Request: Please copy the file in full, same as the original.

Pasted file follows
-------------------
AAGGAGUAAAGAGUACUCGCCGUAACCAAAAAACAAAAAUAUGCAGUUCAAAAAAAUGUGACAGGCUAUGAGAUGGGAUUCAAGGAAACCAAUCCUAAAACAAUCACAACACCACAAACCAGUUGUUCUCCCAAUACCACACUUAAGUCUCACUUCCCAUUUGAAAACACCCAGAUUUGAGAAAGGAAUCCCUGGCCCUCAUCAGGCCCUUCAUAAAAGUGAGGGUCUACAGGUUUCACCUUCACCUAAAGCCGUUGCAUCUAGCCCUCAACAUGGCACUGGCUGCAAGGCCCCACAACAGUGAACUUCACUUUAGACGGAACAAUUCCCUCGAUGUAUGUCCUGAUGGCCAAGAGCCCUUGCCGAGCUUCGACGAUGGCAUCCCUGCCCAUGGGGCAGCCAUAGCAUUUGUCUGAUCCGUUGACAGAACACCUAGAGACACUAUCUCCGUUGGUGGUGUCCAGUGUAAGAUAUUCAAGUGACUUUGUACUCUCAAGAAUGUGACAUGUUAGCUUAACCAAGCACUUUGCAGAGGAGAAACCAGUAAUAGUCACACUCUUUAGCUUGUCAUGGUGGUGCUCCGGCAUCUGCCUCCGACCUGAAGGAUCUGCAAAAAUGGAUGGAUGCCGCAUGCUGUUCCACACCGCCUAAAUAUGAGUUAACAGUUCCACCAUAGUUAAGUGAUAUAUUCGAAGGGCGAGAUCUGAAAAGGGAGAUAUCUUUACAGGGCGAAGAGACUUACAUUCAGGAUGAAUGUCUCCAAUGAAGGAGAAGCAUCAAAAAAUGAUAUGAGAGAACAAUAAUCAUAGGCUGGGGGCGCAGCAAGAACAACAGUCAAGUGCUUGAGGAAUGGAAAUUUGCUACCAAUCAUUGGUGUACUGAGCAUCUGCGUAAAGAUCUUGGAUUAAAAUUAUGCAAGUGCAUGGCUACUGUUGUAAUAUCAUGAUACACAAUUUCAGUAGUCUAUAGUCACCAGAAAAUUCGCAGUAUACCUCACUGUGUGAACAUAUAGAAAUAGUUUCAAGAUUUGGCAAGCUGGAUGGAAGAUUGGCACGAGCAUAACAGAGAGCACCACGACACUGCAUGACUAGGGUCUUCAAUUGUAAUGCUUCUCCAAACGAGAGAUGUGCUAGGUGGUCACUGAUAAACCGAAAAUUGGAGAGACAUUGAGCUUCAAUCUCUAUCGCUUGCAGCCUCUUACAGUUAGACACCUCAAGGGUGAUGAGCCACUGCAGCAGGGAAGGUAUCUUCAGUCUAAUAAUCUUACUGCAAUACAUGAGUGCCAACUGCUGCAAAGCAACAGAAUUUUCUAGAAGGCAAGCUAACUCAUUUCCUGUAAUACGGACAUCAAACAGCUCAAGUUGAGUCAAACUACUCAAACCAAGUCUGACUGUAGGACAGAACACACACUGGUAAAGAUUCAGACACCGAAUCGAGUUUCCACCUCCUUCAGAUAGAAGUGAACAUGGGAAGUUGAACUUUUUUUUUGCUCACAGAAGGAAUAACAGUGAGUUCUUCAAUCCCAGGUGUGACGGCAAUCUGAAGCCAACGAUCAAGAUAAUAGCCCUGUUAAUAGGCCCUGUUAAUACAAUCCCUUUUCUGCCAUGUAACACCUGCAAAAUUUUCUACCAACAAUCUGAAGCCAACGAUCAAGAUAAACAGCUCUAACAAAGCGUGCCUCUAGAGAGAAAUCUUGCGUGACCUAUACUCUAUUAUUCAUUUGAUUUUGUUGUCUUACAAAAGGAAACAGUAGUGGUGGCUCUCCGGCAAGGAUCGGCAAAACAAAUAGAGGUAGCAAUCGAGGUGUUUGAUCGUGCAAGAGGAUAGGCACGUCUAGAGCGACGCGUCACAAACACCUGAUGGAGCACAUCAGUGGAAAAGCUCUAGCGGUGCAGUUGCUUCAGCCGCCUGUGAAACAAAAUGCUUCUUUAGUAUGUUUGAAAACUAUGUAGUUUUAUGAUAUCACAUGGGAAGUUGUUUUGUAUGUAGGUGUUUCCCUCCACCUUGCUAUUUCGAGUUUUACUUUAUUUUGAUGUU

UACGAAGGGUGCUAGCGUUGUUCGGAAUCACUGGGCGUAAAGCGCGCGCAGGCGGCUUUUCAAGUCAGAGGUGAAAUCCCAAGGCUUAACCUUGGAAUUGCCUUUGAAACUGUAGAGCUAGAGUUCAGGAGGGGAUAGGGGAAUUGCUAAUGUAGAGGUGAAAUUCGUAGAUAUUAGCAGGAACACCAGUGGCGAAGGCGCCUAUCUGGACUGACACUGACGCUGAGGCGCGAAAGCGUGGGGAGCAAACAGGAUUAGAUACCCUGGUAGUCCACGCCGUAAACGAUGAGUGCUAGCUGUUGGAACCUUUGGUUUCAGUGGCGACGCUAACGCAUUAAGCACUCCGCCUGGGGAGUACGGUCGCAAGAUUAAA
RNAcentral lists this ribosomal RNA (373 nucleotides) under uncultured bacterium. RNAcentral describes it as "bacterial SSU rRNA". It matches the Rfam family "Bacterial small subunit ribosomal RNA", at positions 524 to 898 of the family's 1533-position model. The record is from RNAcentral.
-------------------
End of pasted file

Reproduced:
AAGGAGUAAAGAGUACUCGCCGUAACCAAAAAACAAAAAUAUGCAGUUCAAAAAAAUGUGACAGGCUAUGAGAUGGGAUUCAAGGAAACCAAUCCUAAAACAAUCACAACACCACAAACCAGUUGUUCUCCCAAUACCACACUUAAGUCUCACUUCCCAUUUGAAAACACCCAGAUUUGAGAAAGGAAUCCCUGGCCCUCAUCAGGCCCUUCAUAAAAGUGAGGGUCUACAGGUUUCACCUUCACCUAAAGCCGUUGCAUCUAGCCCUCAACAUGGCACUGGCUGCAAGGCCCCACAACAGUGAACUUCACUUUAGACGGAACAAUUCCCUCGAUGUAUGUCCUGAUGGCCAAGAGCCCUUGCCGAGCUUCGACGAUGGCAUCCCUGCCCAUGGGGCAGCCAUAGCAUUUGUCUGAUCCGUUGACAGAACACCUAGAGACACUAUCUCCGUUGGUGGUGUCCAGUGUAAGAUAUUCAAGUGACUUUGUACUCUCAAGAAUGUGACAUGUUAGCUUAACCAAGCACUUUGCAGAGGAGAAACCAGUAAUAGUCACACUCUUUAGCUUGUCAUGGUGGUGCUCCGGCAUCUGCCUCCGACCUGAAGGAUCUGCAAAAAUGGAUGGAUGCCGCAUGCUGUUCCACACCGCCUAAAUAUGAGUUAACAGUUCCACCAUAGUUAAGUGAUAUAUUCGAAGGGCGAGAUCUGAAAAGGGAGAUAUCUUUACAGGGCGAAGAGACUUACAUUCAGGAUGAAUGUCUCCAAUGAAGGAGAAGCAUCAAAAAAUGAUAUGAGAGAACAAUAAUCAUAGGCUGGGGGCGCAGCAAGAACAACAGUCAAGUGCUUGAGGAAUGGAAAUUUGCUACCAAUCAUUGGUGUACUGAGCAUCUGCGUAAAGAUCUUGGAUUAAAAUUAUGCAAGUGCAUGGCUACUGUUGUAAUAUCAUGAUACACAAUUUCAGUAGUCUAUAGUCACCAGAAAAUUCGCAGUAUACCUCACUGUGUGAACAUAUAGAAAUAGUUUCAAGAUUUGGCAAGCUGGAUGGAAGAUUGGCACGAGCAUAACAGAGAGCACCACGACACUGCAUGACUAGGGUCUUCAAUUGUAAUGCUUCUCCAAACGAGAGAUGUGCUAGGUGGUCACUGAUAAACCGAAAAUUGGAGAGACAUUGAGCUUCAAUCUCUAUCGCUUGCAGCCUCUUACAGUUAGACACCUCAAGGGUGAUGAGCCACUGCAGCAGGGAAGGUAUCUUCAGUCUAAUAAUCUUACUGCAAUACAUGAGUGCCAACUGCUGCAAAGCAACAGAAUUUUCUAGAAGGCAAGCUAACUCAUUUCCUGUAAUACGGACAUCAAACAGCUCAAGUUGAGUCAAACUACUCAAACCAAGUCUGACUGUAGGACAGAACACACACUGGUAAAGAUUCAGACACCGAAUCGAGUUUCCACCUCCUUCAGAUAGAAGUGAACAUGGGAAGUUGAACUUUUUUUUUGCUCACAGAAGGAAUAACAGUGAGUUCUUCAAUCCCAGGUGUGACGGCAAUCUGAAGCCAACGAUCAAGAUAAUAGCCCUGUUAAUAGGCCCUGUUAAUACAAUCCCUUUUCUGCCAUGUAACACCUGCAAAAUUUUCUACCAACAAUCUGAAGCCAACGAUCAAGAUAAACAGCUCUAACAAAGCGUGCCUCUAGAGAGAAAUCUUGCGUGACCUAUACUCUAUUAUUCAUUUGAUUUUGUUGUCUUACAAAAGGAAACAGUAGUGGUGGCUCUCCGGCAAGGAUCGGCAAAACAAAUAGAGGUAGCAAUCGAGGUGUUUGAUCGUGCAAGAGGAUAGGCACGUCUAGAGCGACGCGUCACAAACACCUGAUGGAGCACAUCAGUGGAAAAGCUCUAGCGGUGCAGUUGCUUCAGCCGCCUGUGAAACAAAAUGCUUCUUUAGUAUGUUUGAAAACUAUGUAGUUUUAUGAUAUCACAUGGGAAGUUGUUUUGUAUGUAGGUGUUUCCCUCCACCUUGCUAUUUCGAGUUUUACUUUAUUUUGAUGUU

UACGAAGGGUGCUAGCGUUGUUCGGAAUCACUGGGCGUAAAGCGCGCGCAGGCGGCUUUUCAAGUCAGAGGUGAAAUCCCAAGGCUUAACCUUGGAAUUGCCUUUGAAACUGUAGAGCUAGAGUUCAGGAGGGGAUAGGGGAAUUGCUAAUGUAGAGGUGAAAUUCGUAGAUAUUAGCAGGAACACCAGUGGCGAAGGCGCCUAUCUGGACUGACACUGACGCUGAGGCGCGAAAGCGUGGGGAGCAAACAGGAUUAGAUACCCUGGUAGUCCACGCCGUAAACGAUGAGUGCUAGCUGUUGGAACCUUUGGUUUCAGUGGCGACGCUAACGCAUUAAGCACUCCGCCUGGGGAGUACGGUCGCAAGAUUAAA
RNAcentral lists this ribosomal RNA (373 nucleotides) under uncultured bacterium. RNAcentral describes it as "bacterial SSU rRNA". It matches the Rfam family "Bacterial small subunit ribosomal RNA", at positions 524 to 898 of the family's 1533-position model. The record is from RNAcentral.